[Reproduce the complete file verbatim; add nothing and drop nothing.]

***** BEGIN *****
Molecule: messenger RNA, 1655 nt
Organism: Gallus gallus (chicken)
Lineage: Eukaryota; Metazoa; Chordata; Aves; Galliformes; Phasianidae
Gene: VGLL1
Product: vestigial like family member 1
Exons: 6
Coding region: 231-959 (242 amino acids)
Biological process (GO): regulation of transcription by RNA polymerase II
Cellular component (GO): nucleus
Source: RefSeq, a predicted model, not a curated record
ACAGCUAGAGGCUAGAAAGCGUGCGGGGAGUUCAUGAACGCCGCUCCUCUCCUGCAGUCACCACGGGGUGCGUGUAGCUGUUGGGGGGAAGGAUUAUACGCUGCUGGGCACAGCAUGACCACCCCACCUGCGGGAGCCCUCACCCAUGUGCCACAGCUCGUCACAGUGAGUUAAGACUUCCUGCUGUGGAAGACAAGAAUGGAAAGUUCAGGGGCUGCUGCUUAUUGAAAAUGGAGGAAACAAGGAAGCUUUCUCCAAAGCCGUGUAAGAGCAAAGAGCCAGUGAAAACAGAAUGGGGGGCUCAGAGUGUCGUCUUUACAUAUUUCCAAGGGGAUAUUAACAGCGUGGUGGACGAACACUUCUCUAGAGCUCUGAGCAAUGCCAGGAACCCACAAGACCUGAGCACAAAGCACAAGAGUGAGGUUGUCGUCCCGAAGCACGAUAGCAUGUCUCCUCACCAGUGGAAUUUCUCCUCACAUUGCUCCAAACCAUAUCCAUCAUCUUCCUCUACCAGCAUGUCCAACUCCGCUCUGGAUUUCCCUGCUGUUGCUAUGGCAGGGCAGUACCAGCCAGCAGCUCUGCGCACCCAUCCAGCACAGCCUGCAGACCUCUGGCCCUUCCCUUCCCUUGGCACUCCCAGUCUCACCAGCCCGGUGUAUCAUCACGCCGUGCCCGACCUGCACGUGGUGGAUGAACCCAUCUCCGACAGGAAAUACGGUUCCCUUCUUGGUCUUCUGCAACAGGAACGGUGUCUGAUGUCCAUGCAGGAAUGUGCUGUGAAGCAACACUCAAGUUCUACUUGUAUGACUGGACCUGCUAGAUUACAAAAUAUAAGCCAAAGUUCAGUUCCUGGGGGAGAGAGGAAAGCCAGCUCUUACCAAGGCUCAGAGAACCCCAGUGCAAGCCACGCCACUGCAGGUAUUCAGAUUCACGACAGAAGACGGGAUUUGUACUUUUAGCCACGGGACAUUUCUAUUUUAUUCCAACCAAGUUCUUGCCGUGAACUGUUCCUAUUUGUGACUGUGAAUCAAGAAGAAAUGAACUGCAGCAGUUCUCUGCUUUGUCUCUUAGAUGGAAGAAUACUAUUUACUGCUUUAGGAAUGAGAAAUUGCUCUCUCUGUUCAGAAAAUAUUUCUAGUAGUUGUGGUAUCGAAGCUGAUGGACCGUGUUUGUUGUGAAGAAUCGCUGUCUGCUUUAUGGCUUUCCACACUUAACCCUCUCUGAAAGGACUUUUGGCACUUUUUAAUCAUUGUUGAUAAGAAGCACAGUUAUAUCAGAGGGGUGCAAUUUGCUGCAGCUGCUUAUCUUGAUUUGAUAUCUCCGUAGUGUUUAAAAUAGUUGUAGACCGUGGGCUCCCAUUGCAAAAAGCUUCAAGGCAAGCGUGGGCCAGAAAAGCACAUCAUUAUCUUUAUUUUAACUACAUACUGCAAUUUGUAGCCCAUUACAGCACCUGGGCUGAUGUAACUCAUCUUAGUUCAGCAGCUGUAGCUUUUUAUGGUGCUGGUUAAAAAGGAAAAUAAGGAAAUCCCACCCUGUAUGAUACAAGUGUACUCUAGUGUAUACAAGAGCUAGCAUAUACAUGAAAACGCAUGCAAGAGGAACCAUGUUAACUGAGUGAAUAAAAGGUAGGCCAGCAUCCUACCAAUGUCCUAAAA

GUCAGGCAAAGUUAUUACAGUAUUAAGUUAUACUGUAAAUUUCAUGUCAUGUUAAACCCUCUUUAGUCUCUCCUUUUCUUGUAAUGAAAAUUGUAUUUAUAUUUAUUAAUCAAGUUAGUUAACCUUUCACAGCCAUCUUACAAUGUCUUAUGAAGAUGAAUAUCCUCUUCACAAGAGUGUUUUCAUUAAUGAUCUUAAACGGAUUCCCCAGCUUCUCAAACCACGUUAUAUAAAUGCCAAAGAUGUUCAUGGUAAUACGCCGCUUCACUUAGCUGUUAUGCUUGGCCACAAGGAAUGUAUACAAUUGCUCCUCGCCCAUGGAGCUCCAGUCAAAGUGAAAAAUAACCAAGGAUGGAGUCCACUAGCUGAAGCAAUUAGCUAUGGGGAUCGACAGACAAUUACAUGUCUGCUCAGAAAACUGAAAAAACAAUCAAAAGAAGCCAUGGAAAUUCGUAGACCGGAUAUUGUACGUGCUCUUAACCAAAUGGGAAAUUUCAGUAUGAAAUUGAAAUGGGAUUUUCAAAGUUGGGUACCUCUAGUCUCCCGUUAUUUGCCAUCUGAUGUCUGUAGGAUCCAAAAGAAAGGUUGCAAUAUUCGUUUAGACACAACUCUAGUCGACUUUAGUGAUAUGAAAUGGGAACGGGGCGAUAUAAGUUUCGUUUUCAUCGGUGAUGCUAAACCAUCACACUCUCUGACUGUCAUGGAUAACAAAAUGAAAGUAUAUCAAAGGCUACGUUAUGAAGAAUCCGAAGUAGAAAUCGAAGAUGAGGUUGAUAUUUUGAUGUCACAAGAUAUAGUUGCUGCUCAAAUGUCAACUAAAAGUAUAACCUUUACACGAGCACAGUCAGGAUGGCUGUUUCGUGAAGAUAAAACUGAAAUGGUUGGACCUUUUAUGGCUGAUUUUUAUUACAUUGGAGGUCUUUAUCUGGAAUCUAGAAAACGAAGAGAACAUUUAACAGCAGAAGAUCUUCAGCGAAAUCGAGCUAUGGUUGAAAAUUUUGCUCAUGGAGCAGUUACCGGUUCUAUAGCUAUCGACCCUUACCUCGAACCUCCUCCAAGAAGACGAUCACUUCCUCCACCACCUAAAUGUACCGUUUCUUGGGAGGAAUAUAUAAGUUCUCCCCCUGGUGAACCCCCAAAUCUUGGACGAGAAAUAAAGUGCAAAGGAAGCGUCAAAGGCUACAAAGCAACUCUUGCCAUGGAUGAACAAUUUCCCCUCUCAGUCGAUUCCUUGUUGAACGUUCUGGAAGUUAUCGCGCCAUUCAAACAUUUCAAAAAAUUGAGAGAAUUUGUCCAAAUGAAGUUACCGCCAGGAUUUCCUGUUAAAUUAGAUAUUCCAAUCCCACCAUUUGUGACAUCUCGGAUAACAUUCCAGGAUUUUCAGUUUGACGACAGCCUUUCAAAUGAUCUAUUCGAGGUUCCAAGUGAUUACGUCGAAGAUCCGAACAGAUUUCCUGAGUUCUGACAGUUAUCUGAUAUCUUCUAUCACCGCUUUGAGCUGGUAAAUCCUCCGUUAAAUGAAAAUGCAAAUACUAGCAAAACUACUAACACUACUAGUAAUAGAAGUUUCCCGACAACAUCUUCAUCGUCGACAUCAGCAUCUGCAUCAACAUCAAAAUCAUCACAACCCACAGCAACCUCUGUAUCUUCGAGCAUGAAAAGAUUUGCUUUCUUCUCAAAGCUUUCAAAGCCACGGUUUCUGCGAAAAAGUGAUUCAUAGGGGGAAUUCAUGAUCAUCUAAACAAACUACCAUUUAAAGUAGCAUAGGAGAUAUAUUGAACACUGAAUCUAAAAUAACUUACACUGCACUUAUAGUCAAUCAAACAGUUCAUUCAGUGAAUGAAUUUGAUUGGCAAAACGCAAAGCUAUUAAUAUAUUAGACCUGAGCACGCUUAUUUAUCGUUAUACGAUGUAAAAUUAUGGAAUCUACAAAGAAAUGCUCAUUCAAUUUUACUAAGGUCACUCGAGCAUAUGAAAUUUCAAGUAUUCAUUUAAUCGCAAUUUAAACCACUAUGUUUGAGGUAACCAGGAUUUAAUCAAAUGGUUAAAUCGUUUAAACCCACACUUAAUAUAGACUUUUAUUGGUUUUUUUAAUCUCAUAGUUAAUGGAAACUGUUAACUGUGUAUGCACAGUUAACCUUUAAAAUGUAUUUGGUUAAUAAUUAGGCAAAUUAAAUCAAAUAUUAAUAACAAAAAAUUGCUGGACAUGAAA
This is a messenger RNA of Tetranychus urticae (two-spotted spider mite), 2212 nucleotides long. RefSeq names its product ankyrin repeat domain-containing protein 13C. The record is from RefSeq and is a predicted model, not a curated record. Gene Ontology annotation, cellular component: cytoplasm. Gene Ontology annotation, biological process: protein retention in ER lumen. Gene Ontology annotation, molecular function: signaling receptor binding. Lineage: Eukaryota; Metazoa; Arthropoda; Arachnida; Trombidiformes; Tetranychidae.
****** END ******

Molecule: messenger RNA, 1655 nt
Organism: Gallus gallus (chicken)
Lineage: Eukaryota; Metazoa; Chordata; Aves; Galliformes; Phasianidae
Gene: VGLL1
Product: vestigial like family member 1
Exons: 6
Coding region: 231-959 (242 amino acids)
Biological process (GO): regulation of transcription by RNA polymerase II
Cellular component (GO): nucleus
Source: RefSeq, a predicted model, not a curated record
ACAGCUAGAGGCUAGAAAGCGUGCGGGGAGUUCAUGAACGCCGCUCCUCUCCUGCAGUCACCACGGGGUGCGUGUAGCUGUUGGGGGGAAGGAUUAUACGCUGCUGGGCACAGCAUGACCACCCCACCUGCGGGAGCCCUCACCCAUGUGCCACAGCUCGUCACAGUGAGUUAAGACUUCCUGCUGUGGAAGACAAGAAUGGAAAGUUCAGGGGCUGCUGCUUAUUGAAAAUGGAGGAAACAAGGAAGCUUUCUCCAAAGCCGUGUAAGAGCAAAGAGCCAGUGAAAACAGAAUGGGGGGCUCAGAGUGUCGUCUUUACAUAUUUCCAAGGGGAUAUUAACAGCGUGGUGGACGAACACUUCUCUAGAGCUCUGAGCAAUGCCAGGAACCCACAAGACCUGAGCACAAAGCACAAGAGUGAGGUUGUCGUCCCGAAGCACGAUAGCAUGUCUCCUCACCAGUGGAAUUUCUCCUCACAUUGCUCCAAACCAUAUCCAUCAUCUUCCUCUACCAGCAUGUCCAACUCCGCUCUGGAUUUCCCUGCUGUUGCUAUGGCAGGGCAGUACCAGCCAGCAGCUCUGCGCACCCAUCCAGCACAGCCUGCAGACCUCUGGCCCUUCCCUUCCCUUGGCACUCCCAGUCUCACCAGCCCGGUGUAUCAUCACGCCGUGCCCGACCUGCACGUGGUGGAUGAACCCAUCUCCGACAGGAAAUACGGUUCCCUUCUUGGUCUUCUGCAACAGGAACGGUGUCUGAUGUCCAUGCAGGAAUGUGCUGUGAAGCAACACUCAAGUUCUACUUGUAUGACUGGACCUGCUAGAUUACAAAAUAUAAGCCAAAGUUCAGUUCCUGGGGGAGAGAGGAAAGCCAGCUCUUACCAAGGCUCAGAGAACCCCAGUGCAAGCCACGCCACUGCAGGUAUUCAGAUUCACGACAGAAGACGGGAUUUGUACUUUUAGCCACGGGACAUUUCUAUUUUAUUCCAACCAAGUUCUUGCCGUGAACUGUUCCUAUUUGUGACUGUGAAUCAAGAAGAAAUGAACUGCAGCAGUUCUCUGCUUUGUCUCUUAGAUGGAAGAAUACUAUUUACUGCUUUAGGAAUGAGAAAUUGCUCUCUCUGUUCAGAAAAUAUUUCUAGUAGUUGUGGUAUCGAAGCUGAUGGACCGUGUUUGUUGUGAAGAAUCGCUGUCUGCUUUAUGGCUUUCCACACUUAACCCUCUCUGAAAGGACUUUUGGCACUUUUUAAUCAUUGUUGAUAAGAAGCACAGUUAUAUCAGAGGGGUGCAAUUUGCUGCAGCUGCUUAUCUUGAUUUGAUAUCUCCGUAGUGUUUAAAAUAGUUGUAGACCGUGGGCUCCCAUUGCAAAAAGCUUCAAGGCAAGCGUGGGCCAGAAAAGCACAUCAUUAUCUUUAUUUUAACUACAUACUGCAAUUUGUAGCCCAUUACAGCACCUGGGCUGAUGUAACUCAUCUUAGUUCAGCAGCUGUAGCUUUUUAUGGUGCUGGUUAAAAAGGAAAAUAAGGAAAUCCCACCCUGUAUGAUACAAGUGUACUCUAGUGUAUACAAGAGCUAGCAUAUACAUGAAAACGCAUGCAAGAGGAACCAUGUUAACUGAGUGAAUAAAAGGUAGGCCAGCAUCCUACCAAUGUCCUAAAA

GUCAGGCAAAGUUAUUACAGUAUUAAGUUAUACUGUAAAUUUCAUGUCAUGUUAAACCCUCUUUAGUCUCUCCUUUUCUUGUAAUGAAAAUUGUAUUUAUAUUUAUUAAUCAAGUUAGUUAACCUUUCACAGCCAUCUUACAAUGUCUUAUGAAGAUGAAUAUCCUCUUCACAAGAGUGUUUUCAUUAAUGAUCUUAAACGGAUUCCCCAGCUUCUCAAACCACGUUAUAUAAAUGCCAAAGAUGUUCAUGGUAAUACGCCGCUUCACUUAGCUGUUAUGCUUGGCCACAAGGAAUGUAUACAAUUGCUCCUCGCCCAUGGAGCUCCAGUCAAAGUGAAAAAUAACCAAGGAUGGAGUCCACUAGCUGAAGCAAUUAGCUAUGGGGAUCGACAGACAAUUACAUGUCUGCUCAGAAAACUGAAAAAACAAUCAAAAGAAGCCAUGGAAAUUCGUAGACCGGAUAUUGUACGUGCUCUUAACCAAAUGGGAAAUUUCAGUAUGAAAUUGAAAUGGGAUUUUCAAAGUUGGGUACCUCUAGUCUCCCGUUAUUUGCCAUCUGAUGUCUGUAGGAUCCAAAAGAAAGGUUGCAAUAUUCGUUUAGACACAACUCUAGUCGACUUUAGUGAUAUGAAAUGGGAACGGGGCGAUAUAAGUUUCGUUUUCAUCGGUGAUGCUAAACCAUCACACUCUCUGACUGUCAUGGAUAACAAAAUGAAAGUAUAUCAAAGGCUACGUUAUGAAGAAUCCGAAGUAGAAAUCGAAGAUGAGGUUGAUAUUUUGAUGUCACAAGAUAUAGUUGCUGCUCAAAUGUCAACUAAAAGUAUAACCUUUACACGAGCACAGUCAGGAUGGCUGUUUCGUGAAGAUAAAACUGAAAUGGUUGGACCUUUUAUGGCUGAUUUUUAUUACAUUGGAGGUCUUUAUCUGGAAUCUAGAAAACGAAGAGAACAUUUAACAGCAGAAGAUCUUCAGCGAAAUCGAGCUAUGGUUGAAAAUUUUGCUCAUGGAGCAGUUACCGGUUCUAUAGCUAUCGACCCUUACCUCGAACCUCCUCCAAGAAGACGAUCACUUCCUCCACCACCUAAAUGUACCGUUUCUUGGGAGGAAUAUAUAAGUUCUCCCCCUGGUGAACCCCCAAAUCUUGGACGAGAAAUAAAGUGCAAAGGAAGCGUCAAAGGCUACAAAGCAACUCUUGCCAUGGAUGAACAAUUUCCCCUCUCAGUCGAUUCCUUGUUGAACGUUCUGGAAGUUAUCGCGCCAUUCAAACAUUUCAAAAAAUUGAGAGAAUUUGUCCAAAUGAAGUUACCGCCAGGAUUUCCUGUUAAAUUAGAUAUUCCAAUCCCACCAUUUGUGACAUCUCGGAUAACAUUCCAGGAUUUUCAGUUUGACGACAGCCUUUCAAAUGAUCUAUUCGAGGUUCCAAGUGAUUACGUCGAAGAUCCGAACAGAUUUCCUGAGUUCUGACAGUUAUCUGAUAUCUUCUAUCACCGCUUUGAGCUGGUAAAUCCUCCGUUAAAUGAAAAUGCAAAUACUAGCAAAACUACUAACACUACUAGUAAUAGAAGUUUCCCGACAACAUCUUCAUCGUCGACAUCAGCAUCUGCAUCAACAUCAAAAUCAUCACAACCCACAGCAACCUCUGUAUCUUCGAGCAUGAAAAGAUUUGCUUUCUUCUCAAAGCUUUCAAAGCCACGGUUUCUGCGAAAAAGUGAUUCAUAGGGGGAAUUCAUGAUCAUCUAAACAAACUACCAUUUAAAGUAGCAUAGGAGAUAUAUUGAACACUGAAUCUAAAAUAACUUACACUGCACUUAUAGUCAAUCAAACAGUUCAUUCAGUGAAUGAAUUUGAUUGGCAAAACGCAAAGCUAUUAAUAUAUUAGACCUGAGCACGCUUAUUUAUCGUUAUACGAUGUAAAAUUAUGGAAUCUACAAAGAAAUGCUCAUUCAAUUUUACUAAGGUCACUCGAGCAUAUGAAAUUUCAAGUAUUCAUUUAAUCGCAAUUUAAACCACUAUGUUUGAGGUAACCAGGAUUUAAUCAAAUGGUUAAAUCGUUUAAACCCACACUUAAUAUAGACUUUUAUUGGUUUUUUUAAUCUCAUAGUUAAUGGAAACUGUUAACUGUGUAUGCACAGUUAACCUUUAAAAUGUAUUUGGUUAAUAAUUAGGCAAAUUAAAUCAAAUAUUAAUAACAAAAAAUUGCUGGACAUGAAA
This is a messenger RNA of Tetranychus urticae (two-spotted spider mite), 2212 nucleotides long. RefSeq names its product ankyrin repeat domain-containing protein 13C. The record is from RefSeq and is a predicted model, not a curated record. Gene Ontology annotation, cellular component: cytoplasm. Gene Ontology annotation, biological process: protein retention in ER lumen. Gene Ontology annotation, molecular function: signaling receptor binding. Lineage: Eukaryota; Metazoa; Arthropoda; Arachnida; Trombidiformes; Tetranychidae.